This is a pic of my brake pedal/LC setup.


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    7 Discussions

    you can know the code of the component capacitor. Looking with 0.22UF there are many and they are not exactly versed in electronics. tnks

    1 reply

    Just get whatever you want - There is no specific reason for any particular type. A normal Ceramic capacitor is fine, tantalum, monoloithic. The one pictured is an MKT capacitor. Only the value is important.


    4 years ago on Introduction

    Okay I know this is an old post but maybe you can help. I made this and wired it to my tx racing wheel's stock 2 pedal setup. Does not work but when i press the accelerator pedal the brake presses. I can follow most instructions but do not have great knowledge of electronics. The positive wire from the base comes down to the positive or the accelerator pot and then is wired in series to the brake pot. The signal is from the bast to the brake pot and then the brake pot has to wires from the base and the ground in series from the accelerator pot. I just wired it to my board in the same fashion. Any ideas as to what is making this happen?

    1 reply

    Reply 4 years ago on Introduction

    Hi Matt, I'm not sure I follow your description of the connections but providing your pedals work with a basic 0 -5v signal on the output of the brake, this should be a drop in replacement (plus some tuning). The 3 pins on the output should match the 3 wires on the pot. Is your wiring like this?

    3-02-2015 8-55-32 PM.png

    9 years ago on Introduction

    You're designing your own racing sim- anything related to either of thesetwo recent Hackaday posts?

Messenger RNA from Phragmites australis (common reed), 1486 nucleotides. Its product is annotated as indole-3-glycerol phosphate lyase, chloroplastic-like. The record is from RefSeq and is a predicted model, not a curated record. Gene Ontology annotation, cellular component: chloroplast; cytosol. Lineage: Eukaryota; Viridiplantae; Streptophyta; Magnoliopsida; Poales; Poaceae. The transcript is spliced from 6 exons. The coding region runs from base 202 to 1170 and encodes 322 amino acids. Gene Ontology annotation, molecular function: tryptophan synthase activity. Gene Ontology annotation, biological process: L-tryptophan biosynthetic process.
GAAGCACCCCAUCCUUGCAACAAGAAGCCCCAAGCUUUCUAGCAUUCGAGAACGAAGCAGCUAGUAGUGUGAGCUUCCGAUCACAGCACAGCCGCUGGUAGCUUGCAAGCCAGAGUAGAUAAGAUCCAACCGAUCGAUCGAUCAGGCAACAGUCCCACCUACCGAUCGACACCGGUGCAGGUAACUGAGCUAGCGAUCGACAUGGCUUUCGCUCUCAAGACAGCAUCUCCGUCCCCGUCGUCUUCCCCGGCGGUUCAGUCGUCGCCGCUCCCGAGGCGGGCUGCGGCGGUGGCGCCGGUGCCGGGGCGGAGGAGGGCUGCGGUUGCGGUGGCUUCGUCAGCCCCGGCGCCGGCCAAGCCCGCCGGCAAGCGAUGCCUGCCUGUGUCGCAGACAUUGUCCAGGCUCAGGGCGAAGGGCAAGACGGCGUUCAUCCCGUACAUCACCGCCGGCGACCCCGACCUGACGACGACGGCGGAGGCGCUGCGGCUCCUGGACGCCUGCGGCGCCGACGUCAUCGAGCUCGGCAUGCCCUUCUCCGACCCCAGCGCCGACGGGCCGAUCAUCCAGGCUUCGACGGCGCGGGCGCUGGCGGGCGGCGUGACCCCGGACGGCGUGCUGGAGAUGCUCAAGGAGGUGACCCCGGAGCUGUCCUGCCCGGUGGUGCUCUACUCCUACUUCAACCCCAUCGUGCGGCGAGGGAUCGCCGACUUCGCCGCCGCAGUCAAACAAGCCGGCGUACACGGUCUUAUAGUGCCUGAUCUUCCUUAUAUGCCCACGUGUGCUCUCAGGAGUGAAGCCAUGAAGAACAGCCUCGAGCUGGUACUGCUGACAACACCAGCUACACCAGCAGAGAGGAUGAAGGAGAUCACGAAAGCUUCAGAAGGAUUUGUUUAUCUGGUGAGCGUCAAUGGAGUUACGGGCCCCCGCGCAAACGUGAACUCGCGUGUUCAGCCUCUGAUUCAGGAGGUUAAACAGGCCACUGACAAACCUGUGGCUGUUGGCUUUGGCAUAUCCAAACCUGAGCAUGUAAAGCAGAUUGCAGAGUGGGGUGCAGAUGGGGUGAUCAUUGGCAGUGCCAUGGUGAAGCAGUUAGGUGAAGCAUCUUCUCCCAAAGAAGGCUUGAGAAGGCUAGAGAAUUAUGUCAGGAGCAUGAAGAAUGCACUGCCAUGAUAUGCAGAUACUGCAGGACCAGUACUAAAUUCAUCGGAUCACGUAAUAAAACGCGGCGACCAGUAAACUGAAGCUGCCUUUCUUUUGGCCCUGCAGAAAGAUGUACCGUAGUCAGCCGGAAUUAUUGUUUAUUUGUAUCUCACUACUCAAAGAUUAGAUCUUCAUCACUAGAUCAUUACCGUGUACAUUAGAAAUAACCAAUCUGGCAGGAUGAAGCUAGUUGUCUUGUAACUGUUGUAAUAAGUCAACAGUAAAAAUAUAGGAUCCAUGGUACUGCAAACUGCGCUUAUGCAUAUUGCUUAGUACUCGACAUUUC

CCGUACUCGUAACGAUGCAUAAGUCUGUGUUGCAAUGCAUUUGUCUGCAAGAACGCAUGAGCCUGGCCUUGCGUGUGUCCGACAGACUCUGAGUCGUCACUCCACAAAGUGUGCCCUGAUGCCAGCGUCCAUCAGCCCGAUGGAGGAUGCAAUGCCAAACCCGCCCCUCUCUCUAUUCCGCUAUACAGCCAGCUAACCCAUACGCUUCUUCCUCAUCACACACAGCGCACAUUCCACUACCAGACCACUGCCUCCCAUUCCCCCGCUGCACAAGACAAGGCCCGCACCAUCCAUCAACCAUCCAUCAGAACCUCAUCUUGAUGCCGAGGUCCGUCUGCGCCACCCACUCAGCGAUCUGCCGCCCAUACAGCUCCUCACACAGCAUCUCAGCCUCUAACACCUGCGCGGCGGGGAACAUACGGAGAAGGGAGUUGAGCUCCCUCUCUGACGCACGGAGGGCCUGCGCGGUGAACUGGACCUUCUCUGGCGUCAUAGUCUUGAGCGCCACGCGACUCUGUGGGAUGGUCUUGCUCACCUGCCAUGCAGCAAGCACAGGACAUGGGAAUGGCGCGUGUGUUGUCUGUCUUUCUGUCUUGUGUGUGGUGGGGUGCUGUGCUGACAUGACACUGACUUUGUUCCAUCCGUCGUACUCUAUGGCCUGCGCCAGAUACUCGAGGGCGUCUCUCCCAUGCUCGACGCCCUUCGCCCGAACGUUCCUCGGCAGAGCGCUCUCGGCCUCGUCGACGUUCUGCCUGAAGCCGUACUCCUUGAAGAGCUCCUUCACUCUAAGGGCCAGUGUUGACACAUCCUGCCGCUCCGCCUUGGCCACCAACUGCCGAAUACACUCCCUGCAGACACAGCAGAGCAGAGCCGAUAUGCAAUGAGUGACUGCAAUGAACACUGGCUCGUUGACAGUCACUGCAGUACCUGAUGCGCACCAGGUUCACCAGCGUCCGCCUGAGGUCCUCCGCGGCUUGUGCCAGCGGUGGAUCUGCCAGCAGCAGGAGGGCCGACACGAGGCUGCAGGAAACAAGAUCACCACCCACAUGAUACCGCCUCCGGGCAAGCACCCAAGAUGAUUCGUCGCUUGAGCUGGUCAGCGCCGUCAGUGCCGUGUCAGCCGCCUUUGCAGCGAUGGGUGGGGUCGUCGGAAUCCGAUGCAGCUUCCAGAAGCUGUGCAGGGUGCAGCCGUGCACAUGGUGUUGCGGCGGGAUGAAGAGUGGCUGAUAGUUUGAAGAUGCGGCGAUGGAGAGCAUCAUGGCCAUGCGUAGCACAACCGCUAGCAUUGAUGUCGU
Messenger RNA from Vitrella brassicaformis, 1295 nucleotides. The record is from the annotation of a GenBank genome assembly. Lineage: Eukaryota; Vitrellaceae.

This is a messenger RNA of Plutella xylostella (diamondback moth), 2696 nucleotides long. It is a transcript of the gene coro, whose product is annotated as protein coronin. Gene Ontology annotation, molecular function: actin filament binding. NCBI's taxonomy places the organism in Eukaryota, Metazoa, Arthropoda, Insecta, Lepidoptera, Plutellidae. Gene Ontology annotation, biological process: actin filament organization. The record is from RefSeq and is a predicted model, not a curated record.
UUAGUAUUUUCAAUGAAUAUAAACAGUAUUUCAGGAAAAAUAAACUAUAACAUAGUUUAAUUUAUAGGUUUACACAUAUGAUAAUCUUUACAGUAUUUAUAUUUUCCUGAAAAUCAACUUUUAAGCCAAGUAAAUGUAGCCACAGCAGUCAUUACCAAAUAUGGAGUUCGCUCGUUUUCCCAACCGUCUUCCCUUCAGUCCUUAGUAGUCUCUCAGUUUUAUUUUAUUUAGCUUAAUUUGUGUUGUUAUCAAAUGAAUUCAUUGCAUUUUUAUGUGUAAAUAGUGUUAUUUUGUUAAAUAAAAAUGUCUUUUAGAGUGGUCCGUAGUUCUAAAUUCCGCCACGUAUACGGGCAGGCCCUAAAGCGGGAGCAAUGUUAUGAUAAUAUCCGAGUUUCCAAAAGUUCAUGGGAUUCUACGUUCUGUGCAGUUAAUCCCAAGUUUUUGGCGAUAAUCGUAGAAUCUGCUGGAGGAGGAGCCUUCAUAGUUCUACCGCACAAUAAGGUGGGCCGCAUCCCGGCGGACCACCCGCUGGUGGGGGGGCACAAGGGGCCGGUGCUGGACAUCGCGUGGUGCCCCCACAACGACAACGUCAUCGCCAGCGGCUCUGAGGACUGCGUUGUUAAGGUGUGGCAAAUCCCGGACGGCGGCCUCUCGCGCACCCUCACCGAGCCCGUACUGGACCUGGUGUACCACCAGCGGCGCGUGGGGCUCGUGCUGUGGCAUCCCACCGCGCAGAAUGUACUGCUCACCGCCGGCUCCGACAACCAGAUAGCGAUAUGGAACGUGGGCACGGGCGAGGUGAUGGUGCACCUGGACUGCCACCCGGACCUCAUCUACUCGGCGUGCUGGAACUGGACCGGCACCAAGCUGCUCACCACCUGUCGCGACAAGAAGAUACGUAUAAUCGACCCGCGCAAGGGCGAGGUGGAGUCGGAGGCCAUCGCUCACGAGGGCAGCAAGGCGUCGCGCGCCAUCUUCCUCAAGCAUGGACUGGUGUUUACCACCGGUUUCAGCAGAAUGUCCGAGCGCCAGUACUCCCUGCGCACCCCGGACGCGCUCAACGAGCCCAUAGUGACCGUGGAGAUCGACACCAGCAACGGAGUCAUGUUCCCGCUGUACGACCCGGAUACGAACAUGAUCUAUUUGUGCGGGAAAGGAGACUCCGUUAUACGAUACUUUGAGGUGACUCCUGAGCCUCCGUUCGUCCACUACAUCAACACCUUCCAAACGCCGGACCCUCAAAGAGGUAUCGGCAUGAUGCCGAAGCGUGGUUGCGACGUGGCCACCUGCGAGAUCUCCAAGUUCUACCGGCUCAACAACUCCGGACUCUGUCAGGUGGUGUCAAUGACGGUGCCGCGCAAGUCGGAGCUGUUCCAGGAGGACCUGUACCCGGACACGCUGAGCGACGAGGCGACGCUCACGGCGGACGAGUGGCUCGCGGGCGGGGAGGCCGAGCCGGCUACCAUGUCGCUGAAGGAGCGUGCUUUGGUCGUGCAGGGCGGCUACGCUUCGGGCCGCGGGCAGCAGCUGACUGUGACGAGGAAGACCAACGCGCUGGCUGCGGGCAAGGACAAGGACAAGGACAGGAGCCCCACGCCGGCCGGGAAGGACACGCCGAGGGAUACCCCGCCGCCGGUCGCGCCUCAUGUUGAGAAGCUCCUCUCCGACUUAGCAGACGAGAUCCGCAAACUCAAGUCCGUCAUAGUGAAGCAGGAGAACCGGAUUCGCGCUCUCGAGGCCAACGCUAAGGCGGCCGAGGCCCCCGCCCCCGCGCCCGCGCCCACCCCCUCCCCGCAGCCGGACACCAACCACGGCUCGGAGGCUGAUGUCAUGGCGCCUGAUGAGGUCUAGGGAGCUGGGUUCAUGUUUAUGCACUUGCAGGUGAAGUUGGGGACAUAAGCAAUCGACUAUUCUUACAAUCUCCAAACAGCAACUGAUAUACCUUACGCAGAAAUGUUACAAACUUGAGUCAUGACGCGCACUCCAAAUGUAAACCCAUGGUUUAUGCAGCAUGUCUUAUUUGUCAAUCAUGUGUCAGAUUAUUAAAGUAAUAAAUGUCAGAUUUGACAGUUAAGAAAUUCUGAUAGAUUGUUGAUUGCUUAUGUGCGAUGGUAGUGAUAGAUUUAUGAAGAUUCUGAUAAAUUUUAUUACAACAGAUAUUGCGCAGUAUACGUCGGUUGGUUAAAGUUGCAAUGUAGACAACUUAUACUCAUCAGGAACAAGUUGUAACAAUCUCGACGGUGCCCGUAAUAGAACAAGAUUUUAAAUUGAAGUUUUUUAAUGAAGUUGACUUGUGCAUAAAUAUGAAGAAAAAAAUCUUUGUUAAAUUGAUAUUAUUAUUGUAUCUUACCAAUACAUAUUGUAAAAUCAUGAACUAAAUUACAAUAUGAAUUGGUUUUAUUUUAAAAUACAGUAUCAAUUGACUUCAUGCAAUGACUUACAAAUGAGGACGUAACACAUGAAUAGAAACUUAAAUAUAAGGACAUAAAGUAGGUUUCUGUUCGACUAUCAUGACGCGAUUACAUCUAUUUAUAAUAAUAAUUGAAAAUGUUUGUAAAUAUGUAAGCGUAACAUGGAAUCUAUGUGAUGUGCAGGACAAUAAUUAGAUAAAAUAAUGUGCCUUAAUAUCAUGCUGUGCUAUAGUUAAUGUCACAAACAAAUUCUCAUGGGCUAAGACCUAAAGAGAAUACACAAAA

The mjoy sounds useful but I can't find much information about it, can you tell me anything more?  I obtained a steering wheel/pedal set a while ago, but though it's nicely built (Momo pedals and a solid wooden case) it uses potentiometers and the gameport interface so has terrible precision and drift.  I contemplated rewiring it, perhaps with some optical encoders from old mice, and hooking it up to my Arduino, but didn't know how to make that act as a game controller to the PC.

    2 replies

    Reply 9 years ago on Introduction

     No, my sim is not related to hackaday, it was inspired by boredom.  

    I had a few bits lying around so i thought i'd give it a shot.  I started with the wheel and using optical sensors but I just could not get it reliable. It would lose it's center and just generally sucked. You're much better off using pots.

    The Mjoy interface was originally developed by a guy named Mindaugus.  Unfortunately he has gone missing from the net but his legacy remains in the likes of 

    I used a board based on the one found here (Click on the PCB link). I made some minor changes to it to increase some track gaps and added the ability to use normal diodes for the buttons rather than SMD.  I have got heaps of pics of my sim build as well as the mjoy board stuff on my site - http:///